BRIEF PAGE 6 - "II. Reply - C. Only Reasonable Inference is that the Parties to the Hilchkanum Deed Intended to Convey Fee Simple Title in Subject Property"

      Open "Brief in Reply to Defendants' Opposition to King County's Motion for Summary Judgment." Go to Page 6.

        On Page 6 of Scott Johnson's April 19, 2001 "Brief in Reply to Defendants' Opposition to King County's Motion for Summary Judgment.", the dishonesty, corruption, and desperation of the King County Prosecutor to hide his East Lake Sammamish crime is exposed. At the bottom of that page is Footnote 5 in which Johnson describes a "sea change" in the way the Washington State Supreme Court construes railroad right-of-way deeds. It seems that crooked lawyers like to hide their most dishonest statements in the footnotes. The "sea change" that Johnson describes is a statement of Norm Maleng's "legal theory" which I describe at the top of this document. Here is Scott Johnson's footnote 5 from page 6 of his reply brief supporting summary judgment. I've emphasized the critical words in bold font.
        (My statements describing wrongdoing or criminal actions on this webpage are a First Amendment expression of my opinion.)

      Footnote 5 "The Brown court acknowledges that in every prior case where the Washington State Supreme had considered a deed conveying an interest in a narrow strip of land to a railroad it found only an easement was conveyed, Brown 130 Wn.2d 430 at note 4. The fact that the court goes on to find a variety of instruments - including a quitclaim deed, indentures and the Simpson deed - conveying strips of land to railroads granted fee simple title in those strips should be taken as an expression of the court's intent to effect a sea change in the way such instruments are interpreted."
      [Open Scott Johnson's reply brief and go to the bottom of Page 6 to find Footnote 5.]

        In this Footnote 5 of his brief Scott Johnson sends the reader to Footnote 4 of Brown v. State of Washington to verify his "sea change". But, when one goes to Brown and reads its footnote 4, there is no support for Scott Johnson's "sea change". Here is Footnote 4 of Brown v. State of Washington.

      "4. Since we are reviewing summary judgments, we apply the same standard as the trial court. Hartley v. State, 103 Wn.2d 768, 774, 698 P.2d 77 (1985). In this case, where both parties have agreed no material facts are in dispute, the only issue is a question of law. Department of Labor & Indus. v. Fankhauser, 121 Wn.2d 304, 308, 849 P.2d 1209 (1993)."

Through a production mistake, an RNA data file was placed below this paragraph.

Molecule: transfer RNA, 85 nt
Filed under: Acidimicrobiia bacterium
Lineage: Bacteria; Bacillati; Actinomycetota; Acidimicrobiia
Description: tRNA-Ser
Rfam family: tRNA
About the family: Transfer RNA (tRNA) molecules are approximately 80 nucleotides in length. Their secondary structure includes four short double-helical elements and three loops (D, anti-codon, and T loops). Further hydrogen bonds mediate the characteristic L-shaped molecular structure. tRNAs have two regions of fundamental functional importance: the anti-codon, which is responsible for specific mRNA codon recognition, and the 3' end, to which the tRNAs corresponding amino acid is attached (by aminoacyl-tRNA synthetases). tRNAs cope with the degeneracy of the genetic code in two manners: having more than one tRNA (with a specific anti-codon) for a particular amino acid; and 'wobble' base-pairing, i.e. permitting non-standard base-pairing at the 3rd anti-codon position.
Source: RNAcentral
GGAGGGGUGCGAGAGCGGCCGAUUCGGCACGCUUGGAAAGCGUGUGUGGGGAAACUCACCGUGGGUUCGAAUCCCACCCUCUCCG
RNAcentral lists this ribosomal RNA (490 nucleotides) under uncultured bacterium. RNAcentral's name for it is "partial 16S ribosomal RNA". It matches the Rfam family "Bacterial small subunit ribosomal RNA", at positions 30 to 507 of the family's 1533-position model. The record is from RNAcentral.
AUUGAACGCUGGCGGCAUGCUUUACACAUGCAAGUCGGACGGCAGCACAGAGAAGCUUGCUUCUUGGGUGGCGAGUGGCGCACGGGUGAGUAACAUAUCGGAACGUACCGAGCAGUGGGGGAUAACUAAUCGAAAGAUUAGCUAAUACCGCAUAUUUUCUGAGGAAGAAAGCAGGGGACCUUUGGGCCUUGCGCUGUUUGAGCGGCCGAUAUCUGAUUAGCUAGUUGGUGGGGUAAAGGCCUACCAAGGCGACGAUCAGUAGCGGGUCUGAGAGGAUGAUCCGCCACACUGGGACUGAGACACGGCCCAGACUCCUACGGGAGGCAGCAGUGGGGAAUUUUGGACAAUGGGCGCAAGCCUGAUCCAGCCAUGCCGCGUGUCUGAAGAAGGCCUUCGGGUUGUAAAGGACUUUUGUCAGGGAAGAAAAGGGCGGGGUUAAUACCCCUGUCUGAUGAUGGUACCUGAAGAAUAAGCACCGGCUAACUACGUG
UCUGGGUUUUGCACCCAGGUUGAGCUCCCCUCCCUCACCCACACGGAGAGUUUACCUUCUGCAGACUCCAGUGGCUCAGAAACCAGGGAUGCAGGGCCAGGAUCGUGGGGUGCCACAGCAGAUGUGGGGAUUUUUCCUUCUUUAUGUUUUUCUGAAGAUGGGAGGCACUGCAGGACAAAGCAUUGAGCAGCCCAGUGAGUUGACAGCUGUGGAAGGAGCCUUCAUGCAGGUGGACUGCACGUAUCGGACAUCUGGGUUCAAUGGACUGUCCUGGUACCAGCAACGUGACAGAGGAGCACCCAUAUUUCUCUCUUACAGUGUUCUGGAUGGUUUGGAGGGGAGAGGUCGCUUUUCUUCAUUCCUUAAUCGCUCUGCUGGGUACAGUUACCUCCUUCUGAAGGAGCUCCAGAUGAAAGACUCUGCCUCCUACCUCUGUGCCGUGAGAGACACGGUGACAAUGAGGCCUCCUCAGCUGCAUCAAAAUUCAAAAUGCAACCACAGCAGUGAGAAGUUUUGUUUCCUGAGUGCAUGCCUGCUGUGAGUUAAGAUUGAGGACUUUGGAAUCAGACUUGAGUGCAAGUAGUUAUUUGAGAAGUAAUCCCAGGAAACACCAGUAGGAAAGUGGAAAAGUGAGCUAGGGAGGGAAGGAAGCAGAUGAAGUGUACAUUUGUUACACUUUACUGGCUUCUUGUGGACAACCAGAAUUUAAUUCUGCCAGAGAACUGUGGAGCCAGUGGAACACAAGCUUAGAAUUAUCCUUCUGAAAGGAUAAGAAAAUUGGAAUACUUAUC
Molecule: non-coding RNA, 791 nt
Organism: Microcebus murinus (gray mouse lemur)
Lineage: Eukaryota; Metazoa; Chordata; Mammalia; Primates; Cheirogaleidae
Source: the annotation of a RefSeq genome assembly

[Brown v. State of Washington at Footnote 4.]

      Open the full un-emphasized Brown v. State of Washington (1996) opinion.

        So, where is this support for Scott Johnson's "sea change" statement? It would be important to verify this "sea change". It isn't often that the Washington State Supreme Court reverses one-hundred years of consistently held legal precedent. If one reads the full Brown opinion, the only footnote that has words similar to the words Scott Johnson uses in his footnote 5, is not footnote 4 in Brown, but rather footnote 14 in Brown. Here is Footnote 14 of Brown v. State of Washington. I've emphasized the critical words in bold font.

      "14. In every case where this court has considered a deed conveying an interest in a narrow strip of land to a railroad company we have found only easements. See Biles v. Tacoma O. & G.H. R.R., 5 Wash. 509, 32 P. 211 (1893); Reichenbach v. Washington Short Line Ry., 10 Wash. 357, 360, 38 P. 1126 (1894); Pacific Iron Works v. Bryant Lumber & Shingle Mill Co., 60 Wash. 502, 111 P. 578 (1910); Neitzel v. Spokane Int'l Ry., 65 Wash. 100, 117 P. 864 (1911); Morsbach v. Thurston County, 152 Wash. 562, 278 P. 686 (1929); Swan v. O'Leary, 37 Wn.2d 533, 225 P.2d 199 (1950); Veach v. Culp, 92 Wn.2d. 570, 599 P.2d 526 (1979); Zobrist v. Culp, 95 Wn.2d 556, 627 P.2d 1308 (1981); Roeder Co. v. Burlington N., Inc., 105 Wn.2d 567, 716 P.2d 855 (1986); Lawson v. State, 107 Wn.2d. 444, 730 P.2d 1308 (1986); see also King County v. Squire Inv. Co., 59 Wn. App. 888, 801 P.2d 1022 (1990), review denied, 116 Wn.2d 1021, 811 P.2d 219 (1991)."
      [Brown v. State of Washington at Footnote 14.]

      Open the full un-emphasized Brown v. State of Washington (1996) opinion.